Azerbaijan is by far the wealthiest of the three South Caucasus states. It has increased international standing and is currently a non-permanent member of the U.N. Security Council. It is also the least democratic of the three countries: Systemic opposition to President Ilham Aliev has all but disappeared in the past decade.

Azerbaijan is also insecure. In part that is because of an unenviable geopolitical situation. Iran to the south is an intensely unfriendly neighbor. Relations with Russia have fluctuated since the end of the USSR and are now in a new downturn, following a row over the Russian-operated Gabala radar station, where Aliev has essentially evicted the Russians after Moscow refused to meet his demands for higher rent. To the west is the unresolved conflict with Armenia, which has left one seventh of the country's de jure territory under Armenian enemy control for almost 20 years.

Its newfound wealth also comes almost exclusively from oil and gas. This is leading to a problem that Putin encounters in Russia, as some segments of the population no longer seem prepared to accept the bargain of "we give you higher standards of living, you let us rule the country unchallenged."

The last few months in Azerbaijan have seen a series of protests by shopkeepers, the families of conscript soldiers, and citizens in the town of Ismayili, who are angry at their mayor. An exiled university rector released sensational tapes alleging corruption and the selling of parliamentary seats. Two opposition leaders, Tofiq Yaqublu and Ilgar Mammadov, were arrested. A venerable writer, Akram Aylisli, who had dared to publish a novel in Russia that described the sufferings of Armenians, was publicly vilified, threatened, and stripped of his state awards.

Azerbaijani opposition websites talk all this up this in dramatic terms, as though the ruling elite is in agony. That seems rather premature. The protests were fragmented and the mainstream opposition parties remain quite marginal. President Aliev sacked some of the officials under fire.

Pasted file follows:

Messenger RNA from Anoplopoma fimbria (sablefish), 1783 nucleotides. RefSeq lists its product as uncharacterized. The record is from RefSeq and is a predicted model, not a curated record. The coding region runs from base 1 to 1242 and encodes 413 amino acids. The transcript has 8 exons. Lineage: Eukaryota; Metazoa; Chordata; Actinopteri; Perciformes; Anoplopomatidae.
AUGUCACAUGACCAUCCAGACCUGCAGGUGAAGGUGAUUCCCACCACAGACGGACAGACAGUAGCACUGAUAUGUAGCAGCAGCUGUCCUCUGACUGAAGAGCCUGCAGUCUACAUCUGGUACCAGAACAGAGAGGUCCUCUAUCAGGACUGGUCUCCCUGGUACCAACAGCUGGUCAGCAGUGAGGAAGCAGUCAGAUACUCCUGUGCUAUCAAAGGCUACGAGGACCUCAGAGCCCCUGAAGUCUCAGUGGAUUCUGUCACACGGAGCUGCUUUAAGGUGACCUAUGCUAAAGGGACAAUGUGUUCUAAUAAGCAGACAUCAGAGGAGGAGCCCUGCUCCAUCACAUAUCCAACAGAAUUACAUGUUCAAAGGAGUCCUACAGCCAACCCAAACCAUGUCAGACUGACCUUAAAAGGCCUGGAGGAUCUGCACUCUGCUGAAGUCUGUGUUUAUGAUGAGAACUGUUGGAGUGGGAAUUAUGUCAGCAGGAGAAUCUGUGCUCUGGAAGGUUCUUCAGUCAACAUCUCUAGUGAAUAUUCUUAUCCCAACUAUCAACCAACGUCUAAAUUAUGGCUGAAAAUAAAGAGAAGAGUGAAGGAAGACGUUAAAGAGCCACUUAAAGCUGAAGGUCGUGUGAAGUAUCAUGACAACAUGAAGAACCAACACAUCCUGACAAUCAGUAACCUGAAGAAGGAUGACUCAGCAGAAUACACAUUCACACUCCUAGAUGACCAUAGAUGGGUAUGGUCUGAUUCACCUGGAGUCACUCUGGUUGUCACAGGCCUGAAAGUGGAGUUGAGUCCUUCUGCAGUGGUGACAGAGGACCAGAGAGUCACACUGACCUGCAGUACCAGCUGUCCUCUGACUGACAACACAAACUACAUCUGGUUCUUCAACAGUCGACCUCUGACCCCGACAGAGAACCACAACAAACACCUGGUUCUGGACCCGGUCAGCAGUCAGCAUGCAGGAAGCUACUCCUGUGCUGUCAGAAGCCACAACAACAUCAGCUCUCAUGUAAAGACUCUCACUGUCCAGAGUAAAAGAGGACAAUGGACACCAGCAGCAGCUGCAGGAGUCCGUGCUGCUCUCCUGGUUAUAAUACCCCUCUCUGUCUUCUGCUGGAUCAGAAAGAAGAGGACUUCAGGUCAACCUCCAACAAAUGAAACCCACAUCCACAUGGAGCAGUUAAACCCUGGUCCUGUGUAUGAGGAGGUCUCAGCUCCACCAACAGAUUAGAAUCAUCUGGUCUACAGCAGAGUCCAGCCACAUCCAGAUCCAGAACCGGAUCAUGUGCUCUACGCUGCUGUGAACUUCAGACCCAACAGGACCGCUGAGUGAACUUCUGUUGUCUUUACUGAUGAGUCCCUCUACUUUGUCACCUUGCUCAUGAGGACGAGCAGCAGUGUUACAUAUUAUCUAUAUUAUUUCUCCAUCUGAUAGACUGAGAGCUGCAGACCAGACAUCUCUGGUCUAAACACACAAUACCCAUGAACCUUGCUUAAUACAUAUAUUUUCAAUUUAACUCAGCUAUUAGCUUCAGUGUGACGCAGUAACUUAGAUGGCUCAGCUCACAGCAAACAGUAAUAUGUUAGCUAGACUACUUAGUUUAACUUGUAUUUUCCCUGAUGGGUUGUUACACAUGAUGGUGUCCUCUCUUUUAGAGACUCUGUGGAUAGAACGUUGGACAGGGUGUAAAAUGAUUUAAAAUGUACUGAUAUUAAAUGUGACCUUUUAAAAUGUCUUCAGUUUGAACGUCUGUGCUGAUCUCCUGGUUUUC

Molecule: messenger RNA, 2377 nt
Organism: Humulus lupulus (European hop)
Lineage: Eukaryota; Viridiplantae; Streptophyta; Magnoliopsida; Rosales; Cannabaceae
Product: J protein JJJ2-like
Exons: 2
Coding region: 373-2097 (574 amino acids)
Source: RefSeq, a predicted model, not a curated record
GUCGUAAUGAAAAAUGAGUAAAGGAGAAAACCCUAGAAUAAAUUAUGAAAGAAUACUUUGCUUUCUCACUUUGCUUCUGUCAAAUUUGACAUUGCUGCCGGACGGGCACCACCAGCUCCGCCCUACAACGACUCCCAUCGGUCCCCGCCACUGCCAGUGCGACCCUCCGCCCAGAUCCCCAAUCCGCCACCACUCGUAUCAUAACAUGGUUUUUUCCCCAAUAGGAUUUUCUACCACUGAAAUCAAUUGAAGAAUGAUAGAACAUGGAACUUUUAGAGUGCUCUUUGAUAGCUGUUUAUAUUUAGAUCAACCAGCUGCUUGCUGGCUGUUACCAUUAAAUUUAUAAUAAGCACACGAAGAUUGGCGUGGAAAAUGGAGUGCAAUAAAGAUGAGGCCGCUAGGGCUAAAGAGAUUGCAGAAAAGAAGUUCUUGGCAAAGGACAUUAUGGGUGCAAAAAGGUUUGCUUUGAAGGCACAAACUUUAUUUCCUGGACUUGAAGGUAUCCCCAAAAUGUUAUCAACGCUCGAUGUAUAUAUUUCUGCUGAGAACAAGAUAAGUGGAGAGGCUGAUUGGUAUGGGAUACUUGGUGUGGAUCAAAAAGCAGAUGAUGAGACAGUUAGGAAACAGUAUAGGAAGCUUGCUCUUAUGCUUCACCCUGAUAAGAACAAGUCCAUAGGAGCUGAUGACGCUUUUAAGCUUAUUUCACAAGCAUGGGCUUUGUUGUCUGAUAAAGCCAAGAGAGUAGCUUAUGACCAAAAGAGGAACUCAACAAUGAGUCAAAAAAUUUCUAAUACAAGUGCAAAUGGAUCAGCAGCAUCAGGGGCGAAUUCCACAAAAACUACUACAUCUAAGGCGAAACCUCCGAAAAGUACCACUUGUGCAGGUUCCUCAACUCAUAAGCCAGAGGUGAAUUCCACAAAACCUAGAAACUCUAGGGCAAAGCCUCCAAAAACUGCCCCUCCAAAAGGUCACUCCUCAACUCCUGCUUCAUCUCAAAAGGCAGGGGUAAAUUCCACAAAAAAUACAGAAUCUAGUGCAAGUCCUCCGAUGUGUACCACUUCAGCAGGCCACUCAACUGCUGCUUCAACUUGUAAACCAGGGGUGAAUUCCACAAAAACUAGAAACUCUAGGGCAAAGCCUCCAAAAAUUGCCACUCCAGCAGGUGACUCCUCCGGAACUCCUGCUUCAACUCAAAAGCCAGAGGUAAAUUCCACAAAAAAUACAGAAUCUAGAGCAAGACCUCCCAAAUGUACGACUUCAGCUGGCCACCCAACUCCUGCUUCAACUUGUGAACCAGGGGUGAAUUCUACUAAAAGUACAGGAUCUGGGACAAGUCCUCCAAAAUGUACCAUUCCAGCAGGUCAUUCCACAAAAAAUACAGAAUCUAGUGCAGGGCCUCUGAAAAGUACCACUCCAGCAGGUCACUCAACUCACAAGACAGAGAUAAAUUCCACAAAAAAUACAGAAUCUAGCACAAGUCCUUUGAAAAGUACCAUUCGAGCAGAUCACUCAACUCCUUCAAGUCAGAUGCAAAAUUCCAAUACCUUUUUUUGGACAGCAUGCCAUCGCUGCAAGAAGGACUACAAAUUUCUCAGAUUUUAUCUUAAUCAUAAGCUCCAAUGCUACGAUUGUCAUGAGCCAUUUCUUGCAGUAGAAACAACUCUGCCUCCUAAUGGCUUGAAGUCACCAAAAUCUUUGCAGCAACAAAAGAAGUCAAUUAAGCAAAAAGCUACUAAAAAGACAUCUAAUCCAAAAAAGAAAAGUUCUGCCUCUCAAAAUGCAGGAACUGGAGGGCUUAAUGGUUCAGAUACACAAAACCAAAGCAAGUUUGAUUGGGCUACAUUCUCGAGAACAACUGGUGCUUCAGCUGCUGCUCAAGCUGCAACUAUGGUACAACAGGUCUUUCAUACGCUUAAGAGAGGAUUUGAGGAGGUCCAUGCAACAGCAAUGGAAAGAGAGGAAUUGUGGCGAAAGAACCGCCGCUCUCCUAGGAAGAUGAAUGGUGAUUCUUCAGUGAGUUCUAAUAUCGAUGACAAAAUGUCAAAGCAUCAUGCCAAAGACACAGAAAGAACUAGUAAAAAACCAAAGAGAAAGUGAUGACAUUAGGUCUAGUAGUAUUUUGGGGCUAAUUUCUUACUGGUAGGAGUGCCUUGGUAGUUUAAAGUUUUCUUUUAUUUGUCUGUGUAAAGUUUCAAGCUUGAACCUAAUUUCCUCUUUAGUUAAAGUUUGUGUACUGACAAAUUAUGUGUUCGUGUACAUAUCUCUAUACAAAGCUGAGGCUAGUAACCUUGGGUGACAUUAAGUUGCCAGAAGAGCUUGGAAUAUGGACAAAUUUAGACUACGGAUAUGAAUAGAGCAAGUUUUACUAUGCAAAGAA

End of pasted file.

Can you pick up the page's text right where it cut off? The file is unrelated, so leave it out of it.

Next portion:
The trouble does, however, suggest that Aliev cannot expect a fully smooth ride to a third term in office in October's presidential election. He faces the challenge of Sargysan writ large: Can he tinker with the existing power structure and curb its most abusive elements without weakening the very structure itself.

As they look at Georgia, many Armenians, Azerbaijanis, and Russians see a bad advertisement for democracy. Last October, the Georgians held a historic election in which for the first time a governing party lost and handed over peacefully to the opposition, the Georgian Dream coalition led by billionaire Bidzina Ivanishvili. Since then the country has been enduring a painful "cohabitation" between Ivanishvili's government and President Mikheil Saakashvili until the latter steps down in October. Every day brings political melodrama of some kind: mutual recrimination, constitutional haggling, demarches to foreign visitors, arrests of former officials, and even a fight on the street as the president was preparing to give a speech.

On the inside, the mood in the country is not as turbulent as that would suggest. There is a lot of continuity in lower levels of government. The impressive new justice minister, Tea Tsulukiani, told me that she has retained 98 percent of the staff she inherited from her predecessor. Besides, Saakashvili's United National Movement elite had become aloof, unaccountable, and increasingly abusive, and Georgians were ready for a change. The new government has not got a good grip on many issues and the economy has been performing badly. But a change of power is enabling it to correct many unaddressed problems, such as a very punitive judicial system, hidden monopolies, or the state of agriculture.

Georgia has the same structural deficiency as its post-Soviet neighbors: a chronic lack of checks and balances. Here Ivanishvili has been dealt a weak hand. But if his government avoids some major pitfalls, Georgia can still be a success story.

On some issues, Ivanishvili can do well by doing nothing. For example, it will be positive if his government does not interfere in Georgia's television channels, which have been offering a much more diverse diet of news since the elections. If Ivanishvili follows through on his plans to overhaul local government, create 300 municipalities, and establish genuine regional democracy in Georgia, that will strike a heavy blow against patriarchal government from Tbilisi.